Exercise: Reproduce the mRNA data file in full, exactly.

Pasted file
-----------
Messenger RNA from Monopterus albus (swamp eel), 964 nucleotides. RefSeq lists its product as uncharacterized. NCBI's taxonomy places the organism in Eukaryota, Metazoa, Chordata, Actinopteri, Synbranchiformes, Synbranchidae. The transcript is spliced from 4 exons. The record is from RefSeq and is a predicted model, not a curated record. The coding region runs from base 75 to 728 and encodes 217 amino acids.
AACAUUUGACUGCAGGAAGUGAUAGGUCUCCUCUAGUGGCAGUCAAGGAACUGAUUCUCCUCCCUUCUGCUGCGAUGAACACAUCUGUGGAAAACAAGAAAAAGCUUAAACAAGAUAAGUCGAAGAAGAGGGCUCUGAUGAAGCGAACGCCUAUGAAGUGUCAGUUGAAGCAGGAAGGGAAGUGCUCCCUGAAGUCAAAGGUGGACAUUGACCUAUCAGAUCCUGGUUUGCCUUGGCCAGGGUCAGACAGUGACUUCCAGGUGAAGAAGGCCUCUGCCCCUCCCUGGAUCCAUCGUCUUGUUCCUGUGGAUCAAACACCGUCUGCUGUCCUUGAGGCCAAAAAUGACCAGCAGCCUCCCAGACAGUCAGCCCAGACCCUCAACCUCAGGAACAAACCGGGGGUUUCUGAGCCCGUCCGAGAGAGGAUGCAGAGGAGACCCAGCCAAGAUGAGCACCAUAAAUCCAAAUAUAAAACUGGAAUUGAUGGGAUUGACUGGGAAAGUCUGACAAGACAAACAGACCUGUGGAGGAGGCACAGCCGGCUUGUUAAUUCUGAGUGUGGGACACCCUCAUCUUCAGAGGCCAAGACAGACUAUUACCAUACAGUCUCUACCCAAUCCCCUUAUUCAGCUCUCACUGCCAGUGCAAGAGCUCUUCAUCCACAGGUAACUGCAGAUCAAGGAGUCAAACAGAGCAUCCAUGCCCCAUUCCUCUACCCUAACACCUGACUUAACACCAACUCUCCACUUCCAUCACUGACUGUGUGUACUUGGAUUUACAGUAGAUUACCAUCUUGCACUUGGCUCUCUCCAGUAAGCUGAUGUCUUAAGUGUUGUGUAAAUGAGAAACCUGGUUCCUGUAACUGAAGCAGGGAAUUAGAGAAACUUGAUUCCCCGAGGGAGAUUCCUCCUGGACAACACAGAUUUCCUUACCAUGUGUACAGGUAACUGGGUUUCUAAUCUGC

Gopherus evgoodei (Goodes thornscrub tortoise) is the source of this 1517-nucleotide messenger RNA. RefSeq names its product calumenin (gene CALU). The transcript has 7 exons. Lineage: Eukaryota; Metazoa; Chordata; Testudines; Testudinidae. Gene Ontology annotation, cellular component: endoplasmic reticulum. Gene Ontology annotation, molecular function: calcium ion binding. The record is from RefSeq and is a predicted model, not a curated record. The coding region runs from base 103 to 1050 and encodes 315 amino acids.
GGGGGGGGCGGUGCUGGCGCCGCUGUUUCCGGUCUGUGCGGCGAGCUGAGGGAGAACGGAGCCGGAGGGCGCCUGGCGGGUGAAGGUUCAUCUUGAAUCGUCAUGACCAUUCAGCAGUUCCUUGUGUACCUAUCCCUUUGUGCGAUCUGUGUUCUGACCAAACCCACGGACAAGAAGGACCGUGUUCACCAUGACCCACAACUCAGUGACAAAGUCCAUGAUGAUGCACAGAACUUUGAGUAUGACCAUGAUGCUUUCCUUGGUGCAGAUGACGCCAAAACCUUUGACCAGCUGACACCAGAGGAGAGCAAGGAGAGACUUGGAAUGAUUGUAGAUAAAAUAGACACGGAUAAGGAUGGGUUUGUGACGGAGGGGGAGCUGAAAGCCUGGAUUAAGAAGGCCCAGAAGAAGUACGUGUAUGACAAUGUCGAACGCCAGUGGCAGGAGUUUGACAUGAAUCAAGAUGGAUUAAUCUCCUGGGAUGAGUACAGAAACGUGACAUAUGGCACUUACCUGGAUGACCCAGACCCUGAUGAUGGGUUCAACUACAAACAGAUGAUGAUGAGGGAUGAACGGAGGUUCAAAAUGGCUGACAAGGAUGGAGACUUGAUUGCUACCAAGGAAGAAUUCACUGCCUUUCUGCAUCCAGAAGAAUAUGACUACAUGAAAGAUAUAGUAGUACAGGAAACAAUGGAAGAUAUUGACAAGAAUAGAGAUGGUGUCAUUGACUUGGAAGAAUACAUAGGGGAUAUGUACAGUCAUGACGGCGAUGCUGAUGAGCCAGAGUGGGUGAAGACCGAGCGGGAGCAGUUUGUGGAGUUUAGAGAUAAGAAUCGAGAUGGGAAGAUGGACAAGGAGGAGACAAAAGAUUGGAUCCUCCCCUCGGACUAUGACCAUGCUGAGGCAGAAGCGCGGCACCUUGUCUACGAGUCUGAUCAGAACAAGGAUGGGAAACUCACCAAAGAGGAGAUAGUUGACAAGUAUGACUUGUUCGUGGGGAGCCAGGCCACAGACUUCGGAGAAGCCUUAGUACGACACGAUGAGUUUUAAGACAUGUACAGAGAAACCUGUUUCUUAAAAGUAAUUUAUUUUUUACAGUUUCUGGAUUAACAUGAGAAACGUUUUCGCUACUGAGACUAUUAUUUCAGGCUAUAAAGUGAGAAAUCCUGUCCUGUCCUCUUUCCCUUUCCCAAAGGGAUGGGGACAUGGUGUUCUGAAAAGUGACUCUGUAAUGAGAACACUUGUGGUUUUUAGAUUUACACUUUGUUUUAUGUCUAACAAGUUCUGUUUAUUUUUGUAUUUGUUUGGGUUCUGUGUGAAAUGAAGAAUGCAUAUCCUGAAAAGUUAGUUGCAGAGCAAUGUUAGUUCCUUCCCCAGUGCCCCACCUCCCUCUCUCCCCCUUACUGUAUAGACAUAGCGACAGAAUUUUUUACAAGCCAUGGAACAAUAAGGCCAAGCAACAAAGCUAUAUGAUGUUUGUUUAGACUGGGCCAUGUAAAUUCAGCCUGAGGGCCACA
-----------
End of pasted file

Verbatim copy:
Messenger RNA from Monopterus albus (swamp eel), 964 nucleotides. RefSeq lists its product as uncharacterized. NCBI's taxonomy places the organism in Eukaryota, Metazoa, Chordata, Actinopteri, Synbranchiformes, Synbranchidae. The transcript is spliced from 4 exons. The record is from RefSeq and is a predicted model, not a curated record. The coding region runs from base 75 to 728 and encodes 217 amino acids.
AACAUUUGACUGCAGGAAGUGAUAGGUCUCCUCUAGUGGCAGUCAAGGAACUGAUUCUCCUCCCUUCUGCUGCGAUGAACACAUCUGUGGAAAACAAGAAAAAGCUUAAACAAGAUAAGUCGAAGAAGAGGGCUCUGAUGAAGCGAACGCCUAUGAAGUGUCAGUUGAAGCAGGAAGGGAAGUGCUCCCUGAAGUCAAAGGUGGACAUUGACCUAUCAGAUCCUGGUUUGCCUUGGCCAGGGUCAGACAGUGACUUCCAGGUGAAGAAGGCCUCUGCCCCUCCCUGGAUCCAUCGUCUUGUUCCUGUGGAUCAAACACCGUCUGCUGUCCUUGAGGCCAAAAAUGACCAGCAGCCUCCCAGACAGUCAGCCCAGACCCUCAACCUCAGGAACAAACCGGGGGUUUCUGAGCCCGUCCGAGAGAGGAUGCAGAGGAGACCCAGCCAAGAUGAGCACCAUAAAUCCAAAUAUAAAACUGGAAUUGAUGGGAUUGACUGGGAAAGUCUGACAAGACAAACAGACCUGUGGAGGAGGCACAGCCGGCUUGUUAAUUCUGAGUGUGGGACACCCUCAUCUUCAGAGGCCAAGACAGACUAUUACCAUACAGUCUCUACCCAAUCCCCUUAUUCAGCUCUCACUGCCAGUGCAAGAGCUCUUCAUCCACAGGUAACUGCAGAUCAAGGAGUCAAACAGAGCAUCCAUGCCCCAUUCCUCUACCCUAACACCUGACUUAACACCAACUCUCCACUUCCAUCACUGACUGUGUGUACUUGGAUUUACAGUAGAUUACCAUCUUGCACUUGGCUCUCUCCAGUAAGCUGAUGUCUUAAGUGUUGUGUAAAUGAGAAACCUGGUUCCUGUAACUGAAGCAGGGAAUUAGAGAAACUUGAUUCCCCGAGGGAGAUUCCUCCUGGACAACACAGAUUUCCUUACCAUGUGUACAGGUAACUGGGUUUCUAAUCUGC

Gopherus evgoodei (Goodes thornscrub tortoise) is the source of this 1517-nucleotide messenger RNA. RefSeq names its product calumenin (gene CALU). The transcript has 7 exons. Lineage: Eukaryota; Metazoa; Chordata; Testudines; Testudinidae. Gene Ontology annotation, cellular component: endoplasmic reticulum. Gene Ontology annotation, molecular function: calcium ion binding. The record is from RefSeq and is a predicted model, not a curated record. The coding region runs from base 103 to 1050 and encodes 315 amino acids.
GGGGGGGGCGGUGCUGGCGCCGCUGUUUCCGGUCUGUGCGGCGAGCUGAGGGAGAACGGAGCCGGAGGGCGCCUGGCGGGUGAAGGUUCAUCUUGAAUCGUCAUGACCAUUCAGCAGUUCCUUGUGUACCUAUCCCUUUGUGCGAUCUGUGUUCUGACCAAACCCACGGACAAGAAGGACCGUGUUCACCAUGACCCACAACUCAGUGACAAAGUCCAUGAUGAUGCACAGAACUUUGAGUAUGACCAUGAUGCUUUCCUUGGUGCAGAUGACGCCAAAACCUUUGACCAGCUGACACCAGAGGAGAGCAAGGAGAGACUUGGAAUGAUUGUAGAUAAAAUAGACACGGAUAAGGAUGGGUUUGUGACGGAGGGGGAGCUGAAAGCCUGGAUUAAGAAGGCCCAGAAGAAGUACGUGUAUGACAAUGUCGAACGCCAGUGGCAGGAGUUUGACAUGAAUCAAGAUGGAUUAAUCUCCUGGGAUGAGUACAGAAACGUGACAUAUGGCACUUACCUGGAUGACCCAGACCCUGAUGAUGGGUUCAACUACAAACAGAUGAUGAUGAGGGAUGAACGGAGGUUCAAAAUGGCUGACAAGGAUGGAGACUUGAUUGCUACCAAGGAAGAAUUCACUGCCUUUCUGCAUCCAGAAGAAUAUGACUACAUGAAAGAUAUAGUAGUACAGGAAACAAUGGAAGAUAUUGACAAGAAUAGAGAUGGUGUCAUUGACUUGGAAGAAUACAUAGGGGAUAUGUACAGUCAUGACGGCGAUGCUGAUGAGCCAGAGUGGGUGAAGACCGAGCGGGAGCAGUUUGUGGAGUUUAGAGAUAAGAAUCGAGAUGGGAAGAUGGACAAGGAGGAGACAAAAGAUUGGAUCCUCCCCUCGGACUAUGACCAUGCUGAGGCAGAAGCGCGGCACCUUGUCUACGAGUCUGAUCAGAACAAGGAUGGGAAACUCACCAAAGAGGAGAUAGUUGACAAGUAUGACUUGUUCGUGGGGAGCCAGGCCACAGACUUCGGAGAAGCCUUAGUACGACACGAUGAGUUUUAAGACAUGUACAGAGAAACCUGUUUCUUAAAAGUAAUUUAUUUUUUACAGUUUCUGGAUUAACAUGAGAAACGUUUUCGCUACUGAGACUAUUAUUUCAGGCUAUAAAGUGAGAAAUCCUGUCCUGUCCUCUUUCCCUUUCCCAAAGGGAUGGGGACAUGGUGUUCUGAAAAGUGACUCUGUAAUGAGAACACUUGUGGUUUUUAGAUUUACACUUUGUUUUAUGUCUAACAAGUUCUGUUUAUUUUUGUAUUUGUUUGGGUUCUGUGUGAAAUGAAGAAUGCAUAUCCUGAAAAGUUAGUUGCAGAGCAAUGUUAGUUCCUUCCCCAGUGCCCCACCUCCCUCUCUCCCCCUUACUGUAUAGACAUAGCGACAGAAUUUUUUACAAGCCAUGGAACAAUAAGGCCAAGCAACAAAGCUAUAUGAUGUUUGUUUAGACUGGGCCAUGUAAAUUCAGCCUGAGGGCCACA